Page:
Anne Arundel County could be the next owner of the Lothian Grain Elevator which was scheduled for closure later this year by its current owner, Perdue AgriBusiness.
The parties agreed to a purchase price of $1.25 million and have 90 days from contract signing, announced on March 21, to close the deal.
Perdue first announced its intent to close the elevator in January 2021. After speaking with local farmers who depend on the facility to purchase their crops, Anne Arundel County Executive Steuart Pittman spoke privately to Perdue CEO Randy Day about delaying the closure to buy time for a new owner to step in.
“In a very short time frame, we concluded that this facility could and should support local farms for many decades into the future,” said Pittman. “Once purchased, we expect to lease the facility to an experienced elevator operator, and then to work with the Southern Maryland Agricultural Development Commission on plans for additional agriculture support services at the site.”
The county will conduct an environmental assessment and appraisal, and will seek County Council approval for the purchase. The state’s fiscal 2024 proposed budget includes funding to reimburse the county for the purchase and initial capital needs.
“Southern Maryland is a major part of the Delmarva poultry industry,” said Maryland Department of Agriculture Secretary Kevin Atticks. “Keeping this grain elevator open for Southern Maryland farmers to access is vital to the Maryland agricultural community.”
State Sen. Sarah Elfreth, who represents Annapolis and southern Anne Arundel County, was instrumental in arranging the deal, convening stakeholders from Anne Arundel, St. Mary’s, Calvert, and Charles Counties, as well as SMADC, MDA, and the Anne Arundel Farm Bureau to discuss transfer of the facility to a public entity with state financial assistance.
“The elevator is essential infrastructure for our Southern Maryland and Anne Arundel County farmers,” she said.
Although the Lothian facility has long been a critical part of the southern Maryland agriculture community, a significant reduction in farmland and a dramatic reduction in total harvested grain acres over the last twenty years influenced Perdue’s decision to shift its business strategy in the area, Day said.
“While Perdue announced its intention to close the facility in response to these changes, we remain committed to keeping the facility open while finding a suitable buyer,” he said.
According to SMADC executive director Shelby Watson-Hampton, the elevator’s purchase of wheat, corn, and soybeans is indispensable to the success of local farming operations and supports downstream processing ranging from livestock feed to potential international export.
“The closing … would have destroyed farming as we know it in the lower Anne
Arundel and northern Calvert area,” SMADC said in a statement to The Business Monthly. “Only a select few would have been able to add grain storage on their farms or upscale equipment to be able to truck grain out to areas farther away.”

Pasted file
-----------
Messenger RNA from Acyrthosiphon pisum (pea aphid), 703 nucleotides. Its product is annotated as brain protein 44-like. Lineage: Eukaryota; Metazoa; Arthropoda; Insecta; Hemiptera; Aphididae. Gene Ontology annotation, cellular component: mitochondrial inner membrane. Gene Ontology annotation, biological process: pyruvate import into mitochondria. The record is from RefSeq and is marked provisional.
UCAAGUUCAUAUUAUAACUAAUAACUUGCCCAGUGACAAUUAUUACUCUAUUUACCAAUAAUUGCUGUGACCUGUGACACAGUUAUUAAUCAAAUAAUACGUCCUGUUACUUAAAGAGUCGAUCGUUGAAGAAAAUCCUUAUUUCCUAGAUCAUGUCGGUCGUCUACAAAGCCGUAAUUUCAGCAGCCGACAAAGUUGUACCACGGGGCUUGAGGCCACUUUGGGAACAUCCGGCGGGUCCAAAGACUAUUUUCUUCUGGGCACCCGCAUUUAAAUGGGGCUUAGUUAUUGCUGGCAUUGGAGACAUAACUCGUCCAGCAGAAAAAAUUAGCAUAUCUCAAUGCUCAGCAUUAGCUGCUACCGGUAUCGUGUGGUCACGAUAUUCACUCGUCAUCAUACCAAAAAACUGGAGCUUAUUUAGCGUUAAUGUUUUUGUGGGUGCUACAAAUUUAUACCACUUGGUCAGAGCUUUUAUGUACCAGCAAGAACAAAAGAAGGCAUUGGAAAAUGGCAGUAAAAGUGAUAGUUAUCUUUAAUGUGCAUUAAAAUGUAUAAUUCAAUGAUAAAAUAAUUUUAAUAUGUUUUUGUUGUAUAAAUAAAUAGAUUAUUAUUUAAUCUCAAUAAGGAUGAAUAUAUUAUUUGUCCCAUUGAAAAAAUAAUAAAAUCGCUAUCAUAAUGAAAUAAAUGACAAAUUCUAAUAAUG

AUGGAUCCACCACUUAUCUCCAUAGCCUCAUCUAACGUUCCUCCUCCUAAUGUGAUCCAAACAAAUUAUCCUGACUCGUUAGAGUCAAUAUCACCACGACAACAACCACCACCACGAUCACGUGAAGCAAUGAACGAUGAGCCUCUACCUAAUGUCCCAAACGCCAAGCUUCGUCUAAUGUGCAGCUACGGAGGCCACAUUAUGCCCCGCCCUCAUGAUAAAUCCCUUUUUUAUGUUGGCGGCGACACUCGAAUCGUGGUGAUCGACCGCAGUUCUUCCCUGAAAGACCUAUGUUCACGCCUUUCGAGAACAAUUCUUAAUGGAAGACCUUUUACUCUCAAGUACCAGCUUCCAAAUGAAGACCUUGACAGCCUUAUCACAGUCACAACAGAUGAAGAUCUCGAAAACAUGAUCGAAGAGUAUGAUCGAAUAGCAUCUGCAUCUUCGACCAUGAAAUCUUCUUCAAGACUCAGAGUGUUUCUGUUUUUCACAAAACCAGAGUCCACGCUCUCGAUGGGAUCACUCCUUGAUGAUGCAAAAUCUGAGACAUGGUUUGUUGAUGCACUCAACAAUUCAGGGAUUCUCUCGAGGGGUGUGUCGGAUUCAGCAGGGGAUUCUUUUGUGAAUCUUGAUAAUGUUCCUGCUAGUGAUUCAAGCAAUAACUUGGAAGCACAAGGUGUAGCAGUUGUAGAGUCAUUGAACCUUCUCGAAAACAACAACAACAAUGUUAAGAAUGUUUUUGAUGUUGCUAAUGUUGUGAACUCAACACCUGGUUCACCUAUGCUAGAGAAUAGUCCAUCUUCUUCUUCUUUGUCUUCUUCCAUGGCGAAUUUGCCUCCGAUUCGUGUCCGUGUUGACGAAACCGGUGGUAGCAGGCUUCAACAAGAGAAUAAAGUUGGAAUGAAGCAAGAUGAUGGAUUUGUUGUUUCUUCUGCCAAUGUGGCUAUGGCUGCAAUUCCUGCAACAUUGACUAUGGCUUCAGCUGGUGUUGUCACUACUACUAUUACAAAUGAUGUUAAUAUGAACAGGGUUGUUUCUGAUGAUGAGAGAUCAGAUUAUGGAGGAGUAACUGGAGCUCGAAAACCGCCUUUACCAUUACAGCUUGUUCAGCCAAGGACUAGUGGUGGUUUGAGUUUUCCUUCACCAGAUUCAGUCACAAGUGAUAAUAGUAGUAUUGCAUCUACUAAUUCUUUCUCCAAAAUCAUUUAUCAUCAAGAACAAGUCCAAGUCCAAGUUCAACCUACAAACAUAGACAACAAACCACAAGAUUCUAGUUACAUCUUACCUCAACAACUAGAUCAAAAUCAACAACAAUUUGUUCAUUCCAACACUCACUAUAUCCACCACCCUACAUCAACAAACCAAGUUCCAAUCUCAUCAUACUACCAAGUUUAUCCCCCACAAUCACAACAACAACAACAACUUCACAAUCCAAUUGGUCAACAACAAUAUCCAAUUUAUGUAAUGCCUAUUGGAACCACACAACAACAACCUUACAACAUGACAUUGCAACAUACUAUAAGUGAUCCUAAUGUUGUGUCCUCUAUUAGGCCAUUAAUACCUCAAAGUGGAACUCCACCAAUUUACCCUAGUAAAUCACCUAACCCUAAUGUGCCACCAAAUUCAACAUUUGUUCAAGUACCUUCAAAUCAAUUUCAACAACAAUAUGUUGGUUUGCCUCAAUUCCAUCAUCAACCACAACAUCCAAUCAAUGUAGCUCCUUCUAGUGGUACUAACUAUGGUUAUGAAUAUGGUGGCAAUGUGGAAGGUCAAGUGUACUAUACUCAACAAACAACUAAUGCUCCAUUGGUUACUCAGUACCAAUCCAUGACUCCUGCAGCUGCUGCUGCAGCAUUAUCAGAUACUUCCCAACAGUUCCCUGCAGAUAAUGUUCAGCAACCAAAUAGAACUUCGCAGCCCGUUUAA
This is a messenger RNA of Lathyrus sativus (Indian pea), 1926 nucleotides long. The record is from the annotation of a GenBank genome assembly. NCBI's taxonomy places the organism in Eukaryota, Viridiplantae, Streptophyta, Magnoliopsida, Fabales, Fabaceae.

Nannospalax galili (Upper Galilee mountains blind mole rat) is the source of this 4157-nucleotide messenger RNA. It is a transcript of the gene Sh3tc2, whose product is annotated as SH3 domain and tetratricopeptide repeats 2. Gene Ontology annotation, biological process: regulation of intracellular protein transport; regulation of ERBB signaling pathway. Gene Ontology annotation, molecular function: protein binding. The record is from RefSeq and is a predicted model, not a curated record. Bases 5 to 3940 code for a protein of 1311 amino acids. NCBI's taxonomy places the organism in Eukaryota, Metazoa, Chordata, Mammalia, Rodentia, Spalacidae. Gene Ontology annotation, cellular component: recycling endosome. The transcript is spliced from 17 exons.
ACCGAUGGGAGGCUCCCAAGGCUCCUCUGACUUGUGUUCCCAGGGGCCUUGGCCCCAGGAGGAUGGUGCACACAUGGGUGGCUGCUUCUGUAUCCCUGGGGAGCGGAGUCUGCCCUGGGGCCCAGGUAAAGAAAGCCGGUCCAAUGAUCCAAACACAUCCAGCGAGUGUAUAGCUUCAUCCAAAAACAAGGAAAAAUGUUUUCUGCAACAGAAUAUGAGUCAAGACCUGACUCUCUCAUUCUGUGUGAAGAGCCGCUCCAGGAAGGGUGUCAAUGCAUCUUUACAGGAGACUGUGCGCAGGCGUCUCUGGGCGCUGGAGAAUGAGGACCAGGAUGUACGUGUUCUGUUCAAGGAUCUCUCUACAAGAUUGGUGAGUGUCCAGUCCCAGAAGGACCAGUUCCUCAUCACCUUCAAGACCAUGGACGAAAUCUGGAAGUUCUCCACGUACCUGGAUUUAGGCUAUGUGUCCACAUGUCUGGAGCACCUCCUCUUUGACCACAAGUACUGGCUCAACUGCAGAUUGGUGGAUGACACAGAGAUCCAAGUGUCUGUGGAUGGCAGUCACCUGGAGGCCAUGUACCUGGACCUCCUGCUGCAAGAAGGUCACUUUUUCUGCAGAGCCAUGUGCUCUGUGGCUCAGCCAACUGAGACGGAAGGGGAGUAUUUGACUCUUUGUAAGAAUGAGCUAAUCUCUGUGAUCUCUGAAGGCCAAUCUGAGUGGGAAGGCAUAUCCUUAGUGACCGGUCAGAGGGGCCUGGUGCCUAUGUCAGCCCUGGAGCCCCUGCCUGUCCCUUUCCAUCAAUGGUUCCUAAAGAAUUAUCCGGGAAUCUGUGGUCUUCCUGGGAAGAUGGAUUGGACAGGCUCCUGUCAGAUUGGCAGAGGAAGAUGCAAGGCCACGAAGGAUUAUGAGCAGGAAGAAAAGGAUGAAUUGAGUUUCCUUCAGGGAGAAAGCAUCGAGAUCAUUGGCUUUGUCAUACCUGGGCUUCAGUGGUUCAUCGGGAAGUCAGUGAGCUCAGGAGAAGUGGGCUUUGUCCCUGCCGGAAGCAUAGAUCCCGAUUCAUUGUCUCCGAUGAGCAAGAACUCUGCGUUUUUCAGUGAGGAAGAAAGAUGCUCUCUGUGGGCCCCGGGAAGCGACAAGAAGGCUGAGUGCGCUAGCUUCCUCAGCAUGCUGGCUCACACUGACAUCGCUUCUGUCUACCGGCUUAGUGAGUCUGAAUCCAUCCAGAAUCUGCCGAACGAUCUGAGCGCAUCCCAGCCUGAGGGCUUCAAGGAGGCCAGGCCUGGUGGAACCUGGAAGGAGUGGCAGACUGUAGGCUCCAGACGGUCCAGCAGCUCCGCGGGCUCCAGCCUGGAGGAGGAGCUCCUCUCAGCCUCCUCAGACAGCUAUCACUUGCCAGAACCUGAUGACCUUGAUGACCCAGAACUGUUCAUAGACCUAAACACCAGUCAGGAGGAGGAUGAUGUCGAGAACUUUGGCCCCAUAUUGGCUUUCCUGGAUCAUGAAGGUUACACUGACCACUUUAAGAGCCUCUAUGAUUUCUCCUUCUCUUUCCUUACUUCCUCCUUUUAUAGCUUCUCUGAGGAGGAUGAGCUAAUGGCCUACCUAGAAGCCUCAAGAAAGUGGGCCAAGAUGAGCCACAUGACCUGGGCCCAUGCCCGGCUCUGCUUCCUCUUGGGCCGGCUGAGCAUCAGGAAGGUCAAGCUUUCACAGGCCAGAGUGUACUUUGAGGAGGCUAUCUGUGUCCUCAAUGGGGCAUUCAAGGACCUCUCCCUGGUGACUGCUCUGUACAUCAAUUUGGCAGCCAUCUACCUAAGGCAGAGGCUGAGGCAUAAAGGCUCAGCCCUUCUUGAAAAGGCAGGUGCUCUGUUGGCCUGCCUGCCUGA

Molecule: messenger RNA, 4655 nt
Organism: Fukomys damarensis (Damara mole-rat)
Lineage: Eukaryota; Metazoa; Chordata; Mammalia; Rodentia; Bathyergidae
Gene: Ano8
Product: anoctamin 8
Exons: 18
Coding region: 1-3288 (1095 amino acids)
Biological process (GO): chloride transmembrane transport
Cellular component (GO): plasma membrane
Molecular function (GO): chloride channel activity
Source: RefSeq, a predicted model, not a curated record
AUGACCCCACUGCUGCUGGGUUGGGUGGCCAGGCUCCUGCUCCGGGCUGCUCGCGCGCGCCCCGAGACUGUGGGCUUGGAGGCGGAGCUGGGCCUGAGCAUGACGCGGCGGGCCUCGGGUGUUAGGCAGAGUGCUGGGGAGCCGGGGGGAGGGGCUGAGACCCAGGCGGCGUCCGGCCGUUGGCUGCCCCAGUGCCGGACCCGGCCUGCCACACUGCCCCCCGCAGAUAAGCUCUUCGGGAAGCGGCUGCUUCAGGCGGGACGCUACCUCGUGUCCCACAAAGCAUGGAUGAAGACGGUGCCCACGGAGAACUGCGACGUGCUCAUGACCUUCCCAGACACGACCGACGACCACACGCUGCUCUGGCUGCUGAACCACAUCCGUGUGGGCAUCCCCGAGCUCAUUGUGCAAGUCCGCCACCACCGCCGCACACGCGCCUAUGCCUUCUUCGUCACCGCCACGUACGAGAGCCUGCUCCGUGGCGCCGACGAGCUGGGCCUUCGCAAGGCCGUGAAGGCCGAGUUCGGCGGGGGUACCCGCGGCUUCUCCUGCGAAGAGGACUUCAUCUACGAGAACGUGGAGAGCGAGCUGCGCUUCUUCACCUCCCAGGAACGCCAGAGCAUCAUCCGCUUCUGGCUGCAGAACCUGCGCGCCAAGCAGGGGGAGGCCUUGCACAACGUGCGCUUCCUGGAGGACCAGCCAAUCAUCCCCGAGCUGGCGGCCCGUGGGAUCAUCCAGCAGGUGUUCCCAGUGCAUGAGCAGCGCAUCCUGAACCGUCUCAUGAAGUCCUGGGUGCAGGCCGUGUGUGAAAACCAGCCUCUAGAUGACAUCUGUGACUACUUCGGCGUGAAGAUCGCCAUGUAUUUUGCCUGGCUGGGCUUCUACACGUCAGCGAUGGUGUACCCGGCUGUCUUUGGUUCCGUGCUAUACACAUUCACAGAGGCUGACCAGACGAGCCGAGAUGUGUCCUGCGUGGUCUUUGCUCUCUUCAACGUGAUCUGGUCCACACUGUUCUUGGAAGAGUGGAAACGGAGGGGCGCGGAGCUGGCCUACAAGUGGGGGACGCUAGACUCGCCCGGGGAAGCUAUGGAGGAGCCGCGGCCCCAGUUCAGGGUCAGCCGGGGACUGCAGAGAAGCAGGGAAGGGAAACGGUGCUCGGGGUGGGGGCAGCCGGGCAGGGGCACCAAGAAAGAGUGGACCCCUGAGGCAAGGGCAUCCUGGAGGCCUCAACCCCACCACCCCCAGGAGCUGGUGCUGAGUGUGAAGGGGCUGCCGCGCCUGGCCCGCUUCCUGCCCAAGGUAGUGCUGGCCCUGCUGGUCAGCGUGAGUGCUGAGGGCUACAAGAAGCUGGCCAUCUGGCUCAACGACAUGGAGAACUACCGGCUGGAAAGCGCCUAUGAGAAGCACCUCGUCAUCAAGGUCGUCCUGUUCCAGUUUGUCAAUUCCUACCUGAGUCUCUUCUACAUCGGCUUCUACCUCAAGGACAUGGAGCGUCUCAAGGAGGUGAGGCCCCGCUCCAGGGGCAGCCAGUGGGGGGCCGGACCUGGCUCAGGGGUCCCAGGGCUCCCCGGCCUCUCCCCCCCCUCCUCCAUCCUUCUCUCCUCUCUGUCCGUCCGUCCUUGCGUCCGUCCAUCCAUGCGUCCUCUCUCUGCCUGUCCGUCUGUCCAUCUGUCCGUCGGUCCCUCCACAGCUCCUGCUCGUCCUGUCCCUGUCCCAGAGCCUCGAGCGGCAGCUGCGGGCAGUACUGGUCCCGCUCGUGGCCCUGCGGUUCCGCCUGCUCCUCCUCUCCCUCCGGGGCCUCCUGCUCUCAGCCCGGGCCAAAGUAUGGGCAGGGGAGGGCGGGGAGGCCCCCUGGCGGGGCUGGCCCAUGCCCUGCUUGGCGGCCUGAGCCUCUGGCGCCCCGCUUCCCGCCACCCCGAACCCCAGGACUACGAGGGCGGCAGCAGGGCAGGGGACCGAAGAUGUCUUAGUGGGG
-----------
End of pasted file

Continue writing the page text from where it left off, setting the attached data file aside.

Storage capacity of the Lothian Grain Elevator is 1 million bushels with an approximate value of $8.45 million annually, serving more than 100 farmers and handling or storing approximately 17 percent of Southern Maryland grain.
“[T]he conclusion is that the elevator itself, replete with its additional land, could not only continue current operations, but also grow in importance, support other businesses, and achieve self-sustainability,” SMADC added in its statement.
“We are looking forward to being involved in the new value-added agricultural innovation potential that the site has,” Watson-Hampton said. “We anticipate potential new value-added agricultural projects like a compost facility and possibly an artisanal mill.”
“A mill like this would engage the entire extended agricultural community, from farmers growing premium wheat — and getting a premium price for it — to the elevator operators, the millers, food service professionals around the state, to marketers, sales, and delivery,” added Craig Sewell, Infrastructure Project Manager at SMADC. “The rise of small artisanal millers across the country are proving the effectiveness and the financial viability of this burgeoning industry.”
Kayla Griffith, of Lothian, said her family primarily produces corn, soybeans, wheat and barley on its 400 acre farm, selling 100% of its grains at the Lothian facility.
“My dad wasn’t sure what path we were going to take if Lothian closed, but we decided to put up grain storage bins in partnership with a cousin,” she said. “We are fortunate that we have options compared to other small farmers in Southern Maryland. Without this facility I expect a number of farmers [would] go out of business.”
Grain production is important to the regional agricultural system because of economics, food security, and soil health, Griffith added.
“I hope [the County] continues to develop the facility to … expand and include other grains and local marketing of specialty grains,” she said.
Anne Arundel County Resolution 9-23, which would approve the terms and conditions of acquiring the Lothian Grain Elevator, was scheduled for a public hearing on May 1.
The earliest the council could vote on the resolution is May 15.